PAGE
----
Old Alex was alive to the whole End of Days narrative for multiple reasons, including his own childhood. Having grown up in a Christian cult, members of his family were preparing for the end of the world way back in 1972.
Water bottles in the cupboard. Packed to flee.
Fascinating what happens to people when these end of the world narratives don’t come to pass. They reform. Their faith remains unsundered. Reality has nothing to do with it.
There was always a tugging from afar. There was always a religious zealot who should have known better. There were always liars in high places. The common people were always seen as insignificant.
The “formation”, as nuns sometimes call that linkage to a different realm, was in flux. The entire unfolding story would become progressively more fantastical. But first the prosaic.
Day three, On Medium. Charged to the max. Spurned. Different. Alone. And pounding away at that damn computer in the early hours, night after night. They encroached from the very edges of time. They knew this was rigged. They were used to dealing with ignorance, but this?
The wildly inaccurate nature of initial modelling might have proffered some excuse for the Australian government’s catastrophic mishandling of the Covid crisis.
But within weeks of it all beginning epidemiologists from some of the world’s leading institutions were speaking out, warning that lockdowns were not the way to go.
The geniuses in the Australian government ignored all the cautionary tales, all the world experts warning them that lockdowns don’t work, that they do more harm than good. Including in Australia the eminent Professor Ramesh Thakur from the Australian National University.
We would all be paying a very high price for this for decades to come. As would our children. And our children’s children.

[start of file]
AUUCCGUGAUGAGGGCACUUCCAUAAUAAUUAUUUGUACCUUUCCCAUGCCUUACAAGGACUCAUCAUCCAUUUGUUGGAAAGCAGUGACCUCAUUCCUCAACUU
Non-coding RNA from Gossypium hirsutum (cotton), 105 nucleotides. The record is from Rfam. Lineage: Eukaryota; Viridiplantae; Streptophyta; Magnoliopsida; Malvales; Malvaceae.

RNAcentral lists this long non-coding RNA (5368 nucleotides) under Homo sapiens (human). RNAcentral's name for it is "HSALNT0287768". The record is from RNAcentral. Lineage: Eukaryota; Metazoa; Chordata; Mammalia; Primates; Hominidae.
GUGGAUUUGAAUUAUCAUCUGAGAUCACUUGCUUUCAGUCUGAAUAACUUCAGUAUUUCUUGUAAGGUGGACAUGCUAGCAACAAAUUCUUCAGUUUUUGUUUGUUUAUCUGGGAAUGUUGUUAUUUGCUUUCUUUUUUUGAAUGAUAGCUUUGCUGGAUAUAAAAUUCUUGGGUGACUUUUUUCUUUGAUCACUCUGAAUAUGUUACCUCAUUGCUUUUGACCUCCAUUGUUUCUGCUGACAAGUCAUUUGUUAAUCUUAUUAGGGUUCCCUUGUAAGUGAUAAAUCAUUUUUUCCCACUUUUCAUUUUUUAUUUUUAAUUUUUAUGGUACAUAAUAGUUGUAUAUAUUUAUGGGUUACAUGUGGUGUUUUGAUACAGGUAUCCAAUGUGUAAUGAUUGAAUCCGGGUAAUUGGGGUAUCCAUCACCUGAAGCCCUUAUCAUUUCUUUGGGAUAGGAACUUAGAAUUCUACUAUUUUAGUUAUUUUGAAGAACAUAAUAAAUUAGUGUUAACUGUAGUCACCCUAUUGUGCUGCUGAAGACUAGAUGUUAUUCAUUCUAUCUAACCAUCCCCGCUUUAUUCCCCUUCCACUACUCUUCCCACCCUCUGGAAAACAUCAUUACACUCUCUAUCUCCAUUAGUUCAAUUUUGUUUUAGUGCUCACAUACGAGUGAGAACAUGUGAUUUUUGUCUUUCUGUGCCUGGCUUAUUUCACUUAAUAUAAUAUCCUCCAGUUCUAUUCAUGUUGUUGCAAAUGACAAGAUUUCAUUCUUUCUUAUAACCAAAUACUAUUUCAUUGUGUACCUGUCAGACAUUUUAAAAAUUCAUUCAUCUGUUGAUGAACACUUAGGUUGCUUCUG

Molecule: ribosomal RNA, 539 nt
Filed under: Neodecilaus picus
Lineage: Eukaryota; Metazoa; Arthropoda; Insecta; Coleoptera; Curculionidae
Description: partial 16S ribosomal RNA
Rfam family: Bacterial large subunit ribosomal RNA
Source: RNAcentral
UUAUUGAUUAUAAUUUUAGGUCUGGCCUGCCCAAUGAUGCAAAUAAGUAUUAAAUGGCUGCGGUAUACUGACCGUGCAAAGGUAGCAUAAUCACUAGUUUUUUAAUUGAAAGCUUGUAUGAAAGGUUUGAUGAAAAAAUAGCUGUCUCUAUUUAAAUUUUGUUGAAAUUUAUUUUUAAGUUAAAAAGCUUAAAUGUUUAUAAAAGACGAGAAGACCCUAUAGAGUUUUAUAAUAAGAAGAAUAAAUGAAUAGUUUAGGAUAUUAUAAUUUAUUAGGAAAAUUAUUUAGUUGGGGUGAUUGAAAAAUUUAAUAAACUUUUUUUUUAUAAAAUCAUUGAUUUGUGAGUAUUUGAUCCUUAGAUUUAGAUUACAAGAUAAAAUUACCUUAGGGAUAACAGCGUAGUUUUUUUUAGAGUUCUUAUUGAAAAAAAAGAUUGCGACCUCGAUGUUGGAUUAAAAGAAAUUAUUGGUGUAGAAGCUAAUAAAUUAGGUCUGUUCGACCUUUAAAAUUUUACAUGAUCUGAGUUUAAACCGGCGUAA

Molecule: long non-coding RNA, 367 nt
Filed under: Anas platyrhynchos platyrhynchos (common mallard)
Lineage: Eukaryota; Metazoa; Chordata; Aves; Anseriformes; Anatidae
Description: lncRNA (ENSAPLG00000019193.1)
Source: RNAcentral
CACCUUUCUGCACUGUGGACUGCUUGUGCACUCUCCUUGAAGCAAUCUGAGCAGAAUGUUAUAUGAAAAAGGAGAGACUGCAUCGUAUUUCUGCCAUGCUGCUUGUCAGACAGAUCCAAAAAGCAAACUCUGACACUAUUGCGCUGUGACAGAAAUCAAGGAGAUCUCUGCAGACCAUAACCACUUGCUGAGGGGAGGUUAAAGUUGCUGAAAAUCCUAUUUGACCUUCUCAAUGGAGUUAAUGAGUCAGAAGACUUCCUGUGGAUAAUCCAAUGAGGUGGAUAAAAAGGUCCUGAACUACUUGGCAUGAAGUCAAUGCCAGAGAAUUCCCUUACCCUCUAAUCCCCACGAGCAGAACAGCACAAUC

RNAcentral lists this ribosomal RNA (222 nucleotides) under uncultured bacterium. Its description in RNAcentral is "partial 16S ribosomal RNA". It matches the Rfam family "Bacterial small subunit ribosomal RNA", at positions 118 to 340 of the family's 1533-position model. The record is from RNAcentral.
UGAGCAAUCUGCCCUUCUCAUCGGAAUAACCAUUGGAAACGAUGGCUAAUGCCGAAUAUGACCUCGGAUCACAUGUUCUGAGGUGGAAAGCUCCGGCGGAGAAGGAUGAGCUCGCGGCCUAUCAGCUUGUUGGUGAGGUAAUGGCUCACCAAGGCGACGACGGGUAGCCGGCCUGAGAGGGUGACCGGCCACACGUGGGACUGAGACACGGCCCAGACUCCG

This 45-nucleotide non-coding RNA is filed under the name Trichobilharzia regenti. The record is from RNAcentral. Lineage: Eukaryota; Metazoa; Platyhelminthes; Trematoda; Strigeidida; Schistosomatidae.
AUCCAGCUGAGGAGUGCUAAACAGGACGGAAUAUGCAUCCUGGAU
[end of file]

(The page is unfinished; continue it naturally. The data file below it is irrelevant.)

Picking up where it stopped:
Old Alex headlined the next story with a head shaking old expression from his troubled, Christian, doomladen childhood: “How to Destroy A Nation.”
Uttered at every mounting government insanity; the phrase referenced the sclerotic nature of Australian bureaucracy, the absurdity of the “rule based order” and the indifference to the fate of those the strangling web of regulation trapped and ultimately destroyed.
As if the very gods themselves had come to destroy this place. Or to destroy the masquerade Australian democracy had become.
Inflamed. In the early hours. Enthralled by a developing history and a destiny he could not deny. Fatalism, fatalistic. What joy there was, what exultant, wonderful human joy could be got just by walking out the door, none of it figured in those fevered hours when he was living up to his “Johnny raincloud” gloom laden best.
He was already in a hyper state; either walking on eggshells or distressed by the surveillance and whispering he could hear all around him, the voices of the sphere and the spooks. He spoke out in a world of silent, acquiescent statues; that this time, this moment, was full of threat. “Beleaguered” would do it.
As the year began he had written one of those “in their face” stories he was partial to, expressing his extreme discontent with the course of events, most particularly the inclusion of journalists under security legislation as “Persons of Interest”, which meant none of the targeting and harassment he felt so intensely could be deemed illegal.
When the target already knows they’re being watched, the only point to it is intimidation, or the enforcement of cooperation. Some were just doing their jobs. Some were malevolent. Some he liked. Some he most certainly did not.
This is what happens when you leave a gap in the imagination, a gap in the story. All vacuums must be filled. If you can’t see them, you put faces to names you can only hear in the wind.
Australia’s conservative parties had been involved in intense media manipulation since they had regained power in 2013; from blocking popular Facebook sites to harassing little-read authors.
“Imagine you’re writing something critical of the government. You know there are cameras in your home, a keylogger on your computer — every keystroke is observed or recorded. And then you hear cries of derision from a neighbouring house.”
That had been his experience while completing the previous book, even before the present one began.